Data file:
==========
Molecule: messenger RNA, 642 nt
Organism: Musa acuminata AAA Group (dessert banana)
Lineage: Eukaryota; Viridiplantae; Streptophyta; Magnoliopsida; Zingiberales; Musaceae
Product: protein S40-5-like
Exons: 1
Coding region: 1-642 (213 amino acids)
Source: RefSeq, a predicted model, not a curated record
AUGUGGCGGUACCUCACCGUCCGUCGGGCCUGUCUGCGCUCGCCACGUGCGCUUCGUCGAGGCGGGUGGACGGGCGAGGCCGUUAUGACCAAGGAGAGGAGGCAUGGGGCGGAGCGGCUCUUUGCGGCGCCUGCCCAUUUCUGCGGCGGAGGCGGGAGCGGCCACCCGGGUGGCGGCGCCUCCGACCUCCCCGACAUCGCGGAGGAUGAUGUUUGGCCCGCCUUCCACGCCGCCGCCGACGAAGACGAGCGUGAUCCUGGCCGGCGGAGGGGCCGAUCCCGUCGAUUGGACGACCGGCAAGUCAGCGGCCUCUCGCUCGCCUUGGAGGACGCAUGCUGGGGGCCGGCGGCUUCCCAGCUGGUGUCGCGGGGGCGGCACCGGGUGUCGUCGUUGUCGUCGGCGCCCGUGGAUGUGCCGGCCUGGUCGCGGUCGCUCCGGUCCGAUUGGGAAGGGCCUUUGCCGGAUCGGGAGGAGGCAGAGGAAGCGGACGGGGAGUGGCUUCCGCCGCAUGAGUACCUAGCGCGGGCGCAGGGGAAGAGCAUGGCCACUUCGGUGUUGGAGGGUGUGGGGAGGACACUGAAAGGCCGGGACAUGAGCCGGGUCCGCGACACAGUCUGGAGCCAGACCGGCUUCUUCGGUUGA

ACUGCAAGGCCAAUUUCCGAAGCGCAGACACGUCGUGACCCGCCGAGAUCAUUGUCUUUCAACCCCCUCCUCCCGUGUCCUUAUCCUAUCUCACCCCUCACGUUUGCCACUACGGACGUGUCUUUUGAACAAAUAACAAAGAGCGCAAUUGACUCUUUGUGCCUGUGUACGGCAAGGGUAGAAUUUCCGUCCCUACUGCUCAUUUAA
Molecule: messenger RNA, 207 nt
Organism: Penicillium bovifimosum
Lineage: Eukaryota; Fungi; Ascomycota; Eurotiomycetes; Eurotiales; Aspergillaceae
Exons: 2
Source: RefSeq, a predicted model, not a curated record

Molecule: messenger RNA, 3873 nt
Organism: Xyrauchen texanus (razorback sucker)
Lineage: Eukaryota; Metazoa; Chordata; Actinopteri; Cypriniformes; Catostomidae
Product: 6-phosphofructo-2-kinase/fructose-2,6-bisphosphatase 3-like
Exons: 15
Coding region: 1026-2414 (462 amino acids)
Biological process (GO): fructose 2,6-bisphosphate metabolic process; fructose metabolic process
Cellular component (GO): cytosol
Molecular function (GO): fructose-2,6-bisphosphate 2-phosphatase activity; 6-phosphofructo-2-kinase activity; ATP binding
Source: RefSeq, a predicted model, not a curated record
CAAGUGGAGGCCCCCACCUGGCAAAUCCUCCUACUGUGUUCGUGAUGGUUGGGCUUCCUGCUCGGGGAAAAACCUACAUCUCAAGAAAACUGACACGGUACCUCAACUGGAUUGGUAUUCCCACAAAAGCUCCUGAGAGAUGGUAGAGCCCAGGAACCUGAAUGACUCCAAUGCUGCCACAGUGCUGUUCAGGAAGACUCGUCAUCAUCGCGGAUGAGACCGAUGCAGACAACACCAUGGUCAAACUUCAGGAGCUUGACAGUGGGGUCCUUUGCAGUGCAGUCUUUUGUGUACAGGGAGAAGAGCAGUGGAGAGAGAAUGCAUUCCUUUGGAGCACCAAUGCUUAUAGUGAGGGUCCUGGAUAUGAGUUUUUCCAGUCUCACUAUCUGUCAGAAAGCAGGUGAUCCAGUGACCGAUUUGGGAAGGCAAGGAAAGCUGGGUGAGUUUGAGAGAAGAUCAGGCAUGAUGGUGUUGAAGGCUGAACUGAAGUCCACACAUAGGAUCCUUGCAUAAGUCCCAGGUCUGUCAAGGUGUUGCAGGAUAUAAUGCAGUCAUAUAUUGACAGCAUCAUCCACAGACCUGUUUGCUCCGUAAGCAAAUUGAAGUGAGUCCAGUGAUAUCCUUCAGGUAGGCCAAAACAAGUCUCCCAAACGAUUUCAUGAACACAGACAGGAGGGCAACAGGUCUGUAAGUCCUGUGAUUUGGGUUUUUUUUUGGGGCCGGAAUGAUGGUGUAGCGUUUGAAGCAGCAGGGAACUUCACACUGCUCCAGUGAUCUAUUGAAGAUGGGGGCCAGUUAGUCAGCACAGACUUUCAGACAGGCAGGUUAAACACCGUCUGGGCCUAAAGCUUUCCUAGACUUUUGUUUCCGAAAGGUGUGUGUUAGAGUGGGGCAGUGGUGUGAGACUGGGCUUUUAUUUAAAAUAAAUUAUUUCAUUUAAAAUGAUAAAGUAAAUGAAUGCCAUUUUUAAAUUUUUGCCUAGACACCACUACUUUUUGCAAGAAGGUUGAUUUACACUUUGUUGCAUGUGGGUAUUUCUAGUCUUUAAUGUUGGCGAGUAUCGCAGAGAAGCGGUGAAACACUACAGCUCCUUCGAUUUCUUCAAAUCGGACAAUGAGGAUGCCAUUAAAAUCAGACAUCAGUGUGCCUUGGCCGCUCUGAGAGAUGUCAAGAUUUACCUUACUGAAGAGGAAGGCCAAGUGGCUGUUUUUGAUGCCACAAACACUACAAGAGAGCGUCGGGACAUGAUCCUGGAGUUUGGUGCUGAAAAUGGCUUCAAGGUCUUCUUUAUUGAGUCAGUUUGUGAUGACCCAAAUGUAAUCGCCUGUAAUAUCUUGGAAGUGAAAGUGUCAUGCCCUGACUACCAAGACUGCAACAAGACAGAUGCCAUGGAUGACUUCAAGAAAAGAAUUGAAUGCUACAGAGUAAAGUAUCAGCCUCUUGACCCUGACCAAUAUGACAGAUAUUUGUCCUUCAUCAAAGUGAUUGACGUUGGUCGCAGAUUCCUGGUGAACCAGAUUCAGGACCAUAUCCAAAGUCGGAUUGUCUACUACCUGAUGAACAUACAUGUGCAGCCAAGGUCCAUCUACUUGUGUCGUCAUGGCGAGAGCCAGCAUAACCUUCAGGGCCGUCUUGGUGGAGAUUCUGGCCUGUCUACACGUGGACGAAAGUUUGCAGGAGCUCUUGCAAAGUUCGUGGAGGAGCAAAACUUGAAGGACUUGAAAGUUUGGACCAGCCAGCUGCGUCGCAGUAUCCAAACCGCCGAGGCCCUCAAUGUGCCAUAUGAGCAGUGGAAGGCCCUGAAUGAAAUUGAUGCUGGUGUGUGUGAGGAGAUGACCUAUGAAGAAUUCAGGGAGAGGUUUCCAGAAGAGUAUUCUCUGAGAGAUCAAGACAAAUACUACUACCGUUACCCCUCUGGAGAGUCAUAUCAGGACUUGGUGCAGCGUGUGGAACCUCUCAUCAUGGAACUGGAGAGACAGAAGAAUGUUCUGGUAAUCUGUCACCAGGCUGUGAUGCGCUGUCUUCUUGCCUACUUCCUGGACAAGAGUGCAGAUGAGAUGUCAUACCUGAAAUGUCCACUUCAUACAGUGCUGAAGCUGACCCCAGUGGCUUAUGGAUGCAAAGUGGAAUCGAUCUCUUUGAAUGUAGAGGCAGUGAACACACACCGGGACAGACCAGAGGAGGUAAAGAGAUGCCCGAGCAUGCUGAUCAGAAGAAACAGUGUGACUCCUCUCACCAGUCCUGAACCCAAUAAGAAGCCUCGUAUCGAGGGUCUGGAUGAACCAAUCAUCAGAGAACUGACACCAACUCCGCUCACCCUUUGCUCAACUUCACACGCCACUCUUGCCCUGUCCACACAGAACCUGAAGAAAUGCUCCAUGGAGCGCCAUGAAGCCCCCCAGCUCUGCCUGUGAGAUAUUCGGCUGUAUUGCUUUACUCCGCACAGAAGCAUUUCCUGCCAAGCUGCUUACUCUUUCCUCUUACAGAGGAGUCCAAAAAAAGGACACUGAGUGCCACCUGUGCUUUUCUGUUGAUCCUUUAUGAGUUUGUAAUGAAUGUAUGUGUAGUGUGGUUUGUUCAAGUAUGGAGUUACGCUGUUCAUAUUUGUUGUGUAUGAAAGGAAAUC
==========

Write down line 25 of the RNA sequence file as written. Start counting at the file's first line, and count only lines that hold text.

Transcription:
CAAGUGGAGGCCCCCACCUGGCAAAUCCUCCUACUGUGUUCGUGAUGGUUGGGCUUCCUGCUCGGGGAAAAACCUACAUCUCAAGAAAACUGACACGGUACCUCAACUGGAUUGGUAUUCCCACAAAAGCUCCUGAGAGAUGGUAGAGCCCAGGAACCUGAAUGACUCCAAUGCUGCCACAGUGCUGUUCAGGAAGACUCGUCAUCAUCGCGGAUGAGACCGAUGCAGACAACACCAUGGUCAAACUUCAGGAGCUUGACAGUGGGGUCCUUUGCAGUGCAGUCUUUUGUGUACAGGGAGAAGAGCAGUGGAGAGAGAAUGCAUUCCUUUGGAGCACCAAUGCUUAUAGUGAGGGUCCUGGAUAUGAGUUUUUCCAGUCUCACUAUCUGUCAGAAAGCAGGUGAUCCAGUGACCGAUUUGGGAAGGCAAGGAAAGCUGGGUGAGUUUGAGAGAAGAUCAGGCAUGAUGGUGUUGAAGGCUGAACUGAAGUCCACACAUAGGAUCCUUGCAUAAGUCCCAGGUCUGUCAAGGUGUUGCAGGAUAUAAUGCAGUCAUAUAUUGACAGCAUCAUCCACAGACCUGUUUGCUCCGUAAGCAAAUUGAAGUGAGUCCAGUGAUAUCCUUCAGGUAGGCCAAAACAAGUCUCCCAAACGAUUUCAUGAACACAGACAGGAGGGCAACAGGUCUGUAAGUCCUGUGAUUUGGGUUUUUUUUUGGGGCCGGAAUGAUGGUGUAGCGUUUGAAGCAGCAGGGAACUUCACACUGCUCCAGUGAUCUAUUGAAGAUGGGGGCCAGUUAGUCAGCACAGACUUUCAGACAGGCAGGUUAAACACCGUCUGGGCCUAAAGCUUUCCUAGACUUUUGUUUCCGAAAGGUGUGUGUUAGAGUGGGGCAGUGGUGUGAGACUGGGCUUUUAUUUAAAAUAAAUUAUUUCAUUUAAAAUGAUAAAGUAAAUGAAUGCCAUUUUUAAAUUUUUGCCUAGACACCACUACUUUUUGCAAGAAGGUUGAUUUACACUUUGUUGCAUGUGGGUAUUUCUAGUCUUUAAUGUUGGCGAGUAUCGCAGAGAAGCGGUGAAACACUACAGCUCCUUCGAUUUCUUCAAAUCGGACAAUGAGGAUGCCAUUAAAAUCAGACAUCAGUGUGCCUUGGCCGCUCUGAGAGAUGUCAAGAUUUACCUUACUGAAGAGGAAGGCCAAGUGGCUGUUUUUGAUGCCACAAACACUACAAGAGAGCGUCGGGACAUGAUCCUGGAGUUUGGUGCUGAAAAUGGCUUCAAGGUCUUCUUUAUUGAGUCAGUUUGUGAUGACCCAAAUGUAAUCGCCUGUAAUAUCUUGGAAGUGAAAGUGUCAUGCCCUGACUACCAAGACUGCAACAAGACAGAUGCCAUGGAUGACUUCAAGAAAAGAAUUGAAUGCUACAGAGUAAAGUAUCAGCCUCUUGACCCUGACCAAUAUGACAGAUAUUUGUCCUUCAUCAAAGUGAUUGACGUUGGUCGCAGAUUCCUGGUGAACCAGAUUCAGGACCAUAUCCAAAGUCGGAUUGUCUACUACCUGAUGAACAUACAUGUGCAGCCAAGGUCCAUCUACUUGUGUCGUCAUGGCGAGAGCCAGCAUAACCUUCAGGGCCGUCUUGGUGGAGAUUCUGGCCUGUCUACACGUGGACGAAAGUUUGCAGGAGCUCUUGCAAAGUUCGUGGAGGAGCAAAACUUGAAGGACUUGAAAGUUUGGACCAGCCAGCUGCGUCGCAGUAUCCAAACCGCCGAGGCCCUCAAUGUGCCAUAUGAGCAGUGGAAGGCCCUGAAUGAAAUUGAUGCUGGUGUGUGUGAGGAGAUGACCUAUGAAGAAUUCAGGGAGAGGUUUCCAGAAGAGUAUUCUCUGAGAGAUCAAGACAAAUACUACUACCGUUACCCCUCUGGAGAGUCAUAUCAGGACUUGGUGCAGCGUGUGGAACCUCUCAUCAUGGAACUGGAGAGACAGAAGAAUGUUCUGGUAAUCUGUCACCAGGCUGUGAUGCGCUGUCUUCUUGCCUACUUCCUGGACAAGAGUGCAGAUGAGAUGUCAUACCUGAAAUGUCCACUUCAUACAGUGCUGAAGCUGACCCCAGUGGCUUAUGGAUGCAAAGUGGAAUCGAUCUCUUUGAAUGUAGAGGCAGUGAACACACACCGGGACAGACCAGAGGAGGUAAAGAGAUGCCCGAGCAUGCUGAUCAGAAGAAACAGUGUGACUCCUCUCACCAGUCCUGAACCCAAUAAGAAGCCUCGUAUCGAGGGUCUGGAUGAACCAAUCAUCAGAGAACUGACACCAACUCCGCUCACCCUUUGCUCAACUUCACACGCCACUCUUGCCCUGUCCACACAGAACCUGAAGAAAUGCUCCAUGGAGCGCCAUGAAGCCCCCCAGCUCUGCCUGUGAGAUAUUCGGCUGUAUUGCUUUACUCCGCACAGAAGCAUUUCCUGCCAAGCUGCUUACUCUUUCCUCUUACAGAGGAGUCCAAAAAAAGGACACUGAGUGCCACCUGUGCUUUUCUGUUGAUCCUUUAUGAGUUUGUAAUGAAUGUAUGUGUAGUGUGGUUUGUUCAAGUAUGGAGUUACGCUGUUCAUAUUUGUUGUGUAUGAAAGGAAAUC